The Terror of the Sea
How submarines are driven and submerged; the difficulty of building them very big; the folly of the one-man submarine
��A SUBMARINE is a maze of machin- ery. Unlike any other ship she has two sets of driving engines — one oil and the other electric — and she is built with the nicest regard for weight.
First let us say something about the engines. They are the most important part of the boat.
At first gasoline engines, like those used on automobiles and motor-boats, were in- stalled in submarines. The Germans had them in some of the submarines that they used in the beginning of the war. We, too, used them. But as the gasoline engine was made bigger to meet the demand for in- creased power and speed it literally broke down. The Diesel engine must be used. It was invented by Rudolf Diesel, a German engineer, while he was still a student.
In the Diesel engine air is sucked into the cylinder and subjected to such pressure by the piston that it becomes intensely hot. Then a little oil is squirted in. At once the oil-vapor ignites and the mixture of oil- vapor and highly compressed air expands with explosive suddenness. The Diesel is the most efificient type of engine ever in- vented, utilizing as it does about thirty per cent of the energy in the fuel as con- trasted with only thirteen per cent in the best steam-engines. But it also uses air. In other words it breathes. When a sub- marine is under water the crew must keep alive by breathing what air they can obtain from tanks. They have enough for not more than thirty-six hours.
So, it becomes necessary to equip a sub- marine with electric motors, fed by storage batteries. As soon as a submarine dives, the breathing Diesel engine is cut out and the electric motor switched in.
Down in a Submarine
Like the policeman's in Gilbert's song, the life of a submarine sailorman is not a happy one. The quarters are necessarily so cramped that it is difficult to provide ordinary ship comforts. The officers have cots and the crew hammocks for sleeping. In our new boats ice-boxes are provided, so that fresh meat and vegetables can be
��served. In addition there is a dry food supply sufficient for five days. At sea the crew is put on a daily fresh water allowance. To bathe, the men must jump over the side.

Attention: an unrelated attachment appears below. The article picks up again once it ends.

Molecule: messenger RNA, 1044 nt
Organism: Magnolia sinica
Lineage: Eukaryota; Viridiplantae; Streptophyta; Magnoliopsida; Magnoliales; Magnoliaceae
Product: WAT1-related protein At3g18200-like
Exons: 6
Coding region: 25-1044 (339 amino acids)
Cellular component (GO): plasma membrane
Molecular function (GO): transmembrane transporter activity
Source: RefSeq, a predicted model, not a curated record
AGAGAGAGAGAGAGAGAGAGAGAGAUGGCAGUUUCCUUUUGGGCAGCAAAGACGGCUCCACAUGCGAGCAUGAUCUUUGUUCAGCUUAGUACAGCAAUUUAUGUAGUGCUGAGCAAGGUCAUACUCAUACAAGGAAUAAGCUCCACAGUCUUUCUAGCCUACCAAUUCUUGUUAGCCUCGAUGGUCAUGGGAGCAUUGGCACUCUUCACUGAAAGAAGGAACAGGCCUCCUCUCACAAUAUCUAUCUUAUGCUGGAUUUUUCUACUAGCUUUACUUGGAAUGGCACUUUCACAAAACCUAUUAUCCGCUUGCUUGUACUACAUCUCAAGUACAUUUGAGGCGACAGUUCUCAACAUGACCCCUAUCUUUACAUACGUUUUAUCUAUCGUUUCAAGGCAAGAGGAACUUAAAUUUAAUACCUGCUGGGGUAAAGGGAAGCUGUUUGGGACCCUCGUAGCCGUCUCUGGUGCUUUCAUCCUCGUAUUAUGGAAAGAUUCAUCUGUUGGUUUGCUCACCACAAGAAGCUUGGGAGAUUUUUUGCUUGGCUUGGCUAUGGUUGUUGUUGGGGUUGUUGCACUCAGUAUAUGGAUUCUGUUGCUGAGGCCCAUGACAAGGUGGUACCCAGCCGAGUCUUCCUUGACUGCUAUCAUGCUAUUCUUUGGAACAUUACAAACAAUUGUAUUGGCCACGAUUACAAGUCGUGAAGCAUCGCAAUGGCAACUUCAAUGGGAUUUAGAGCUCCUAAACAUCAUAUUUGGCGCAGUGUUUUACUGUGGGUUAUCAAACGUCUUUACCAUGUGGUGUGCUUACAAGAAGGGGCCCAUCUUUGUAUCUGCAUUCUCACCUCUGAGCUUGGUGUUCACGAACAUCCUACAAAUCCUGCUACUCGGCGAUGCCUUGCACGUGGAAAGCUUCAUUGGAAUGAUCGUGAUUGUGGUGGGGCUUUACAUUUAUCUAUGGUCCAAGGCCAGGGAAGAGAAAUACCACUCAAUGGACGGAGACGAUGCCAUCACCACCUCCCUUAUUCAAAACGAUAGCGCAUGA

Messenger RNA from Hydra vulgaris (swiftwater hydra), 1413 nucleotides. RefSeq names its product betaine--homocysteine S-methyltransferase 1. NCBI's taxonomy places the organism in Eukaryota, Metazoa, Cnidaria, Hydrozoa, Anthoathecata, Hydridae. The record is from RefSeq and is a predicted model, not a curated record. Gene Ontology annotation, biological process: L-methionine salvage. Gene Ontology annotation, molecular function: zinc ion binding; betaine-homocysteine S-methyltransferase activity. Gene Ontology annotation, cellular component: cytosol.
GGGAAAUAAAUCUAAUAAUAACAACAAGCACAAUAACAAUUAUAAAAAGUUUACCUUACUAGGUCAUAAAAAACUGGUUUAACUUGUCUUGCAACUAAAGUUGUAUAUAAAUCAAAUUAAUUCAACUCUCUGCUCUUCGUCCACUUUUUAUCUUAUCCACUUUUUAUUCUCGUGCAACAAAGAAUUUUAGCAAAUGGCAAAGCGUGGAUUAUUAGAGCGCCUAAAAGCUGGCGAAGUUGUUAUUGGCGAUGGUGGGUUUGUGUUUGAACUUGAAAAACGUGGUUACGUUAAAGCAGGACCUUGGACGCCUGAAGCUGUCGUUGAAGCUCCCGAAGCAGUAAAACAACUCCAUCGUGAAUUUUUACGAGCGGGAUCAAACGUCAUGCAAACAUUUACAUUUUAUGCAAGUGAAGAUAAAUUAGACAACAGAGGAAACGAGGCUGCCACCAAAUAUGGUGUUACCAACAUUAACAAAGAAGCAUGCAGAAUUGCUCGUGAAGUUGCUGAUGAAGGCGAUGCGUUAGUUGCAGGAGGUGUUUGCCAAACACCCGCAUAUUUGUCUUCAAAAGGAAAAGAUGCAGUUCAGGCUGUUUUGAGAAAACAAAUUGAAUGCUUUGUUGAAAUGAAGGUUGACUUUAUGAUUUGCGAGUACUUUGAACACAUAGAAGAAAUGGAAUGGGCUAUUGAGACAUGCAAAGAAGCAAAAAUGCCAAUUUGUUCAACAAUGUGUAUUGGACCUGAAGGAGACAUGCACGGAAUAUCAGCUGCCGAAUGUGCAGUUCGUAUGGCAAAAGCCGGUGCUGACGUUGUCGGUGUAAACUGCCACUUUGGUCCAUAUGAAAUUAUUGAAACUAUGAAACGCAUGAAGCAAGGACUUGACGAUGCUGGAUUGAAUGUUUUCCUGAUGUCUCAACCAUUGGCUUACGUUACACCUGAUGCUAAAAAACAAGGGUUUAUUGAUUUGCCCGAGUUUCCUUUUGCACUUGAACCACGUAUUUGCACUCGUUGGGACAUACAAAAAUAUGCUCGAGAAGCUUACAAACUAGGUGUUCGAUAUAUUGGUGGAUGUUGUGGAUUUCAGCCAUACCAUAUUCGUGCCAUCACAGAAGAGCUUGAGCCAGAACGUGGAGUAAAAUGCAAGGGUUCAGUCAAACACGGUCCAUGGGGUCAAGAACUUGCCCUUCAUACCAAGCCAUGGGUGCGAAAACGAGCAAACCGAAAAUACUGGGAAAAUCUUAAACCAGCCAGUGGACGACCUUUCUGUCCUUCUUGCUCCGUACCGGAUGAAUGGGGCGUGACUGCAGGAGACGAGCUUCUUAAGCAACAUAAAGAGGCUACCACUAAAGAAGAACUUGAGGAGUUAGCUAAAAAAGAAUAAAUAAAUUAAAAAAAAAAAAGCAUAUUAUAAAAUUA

Even when the boat is running on the surface the ventilation is poor. The pro- prietor of a New York sweatshop who did not provide his workmen with any more air than the men in a submarine breathe would be arrested. When the boat is sub- merged, the' nauseating oil odor, the battery fumes, the vitiated air exhaled from a score of lungs make one wonder why everyone is not sick. As a matter of fact seasickness, produced by these conditions, is common enough.
What is the scene within a submarine when an attack is made? A German officer of the U-26 gave this account of an attack on an unnamed British warship:
"The boat Is cleared for action. The flagpole is taken down. Part of the bridge Is folded up and lashed. The periscope Is elevated. The hatch through the combined bridge and conning tower Is tightly closed. The motors cease their endless song. From now on electricity will drive us until we rise to the surface again.
"A young lieutenant Is posted at the periscope and looks for the enemy. The sailors take thei*' position near the torpedoes. The Interior of the boat is lighted with two small electric bulbs. They do not clear the gloom. Everywhere is the smell of stale oil. It is impossible to speak with the din of the machinery and of the inrushing water.
"From time to time the officer In command of the torpedoes looks at his watch, which he wears on his wrist, or at his compass. Intently the men all watch a signal board in front of them on the side of the boat. . . . Suddenly we start and forget the heat, the foul air, the discomfort. In small luminous letters the word 'Attention' flashes up on the board. The commanding officer grasps the lever which will release the first torpedo. The men prepare to launch the second as soon as the first Is discharged. Half a second later and the red letters on the board say 'Fire!' The lever is jerked, and the torpedo leaps out. There Is a short metallic click and the noise of the water rushing Into the empty tube. The second torpedo Is at once Inserted. A few seconds later and the Interior of the submarine looks as before the attack began.
"But what of the first torpedo? We hear only the noise of the motors. We wait. Nothing happens. Then suddenly we are all thrown In a heap by the shaking of the boat. Then the boat rolls as before. The regular purring of the motors is heard. We are on our way home. The attack succeeded."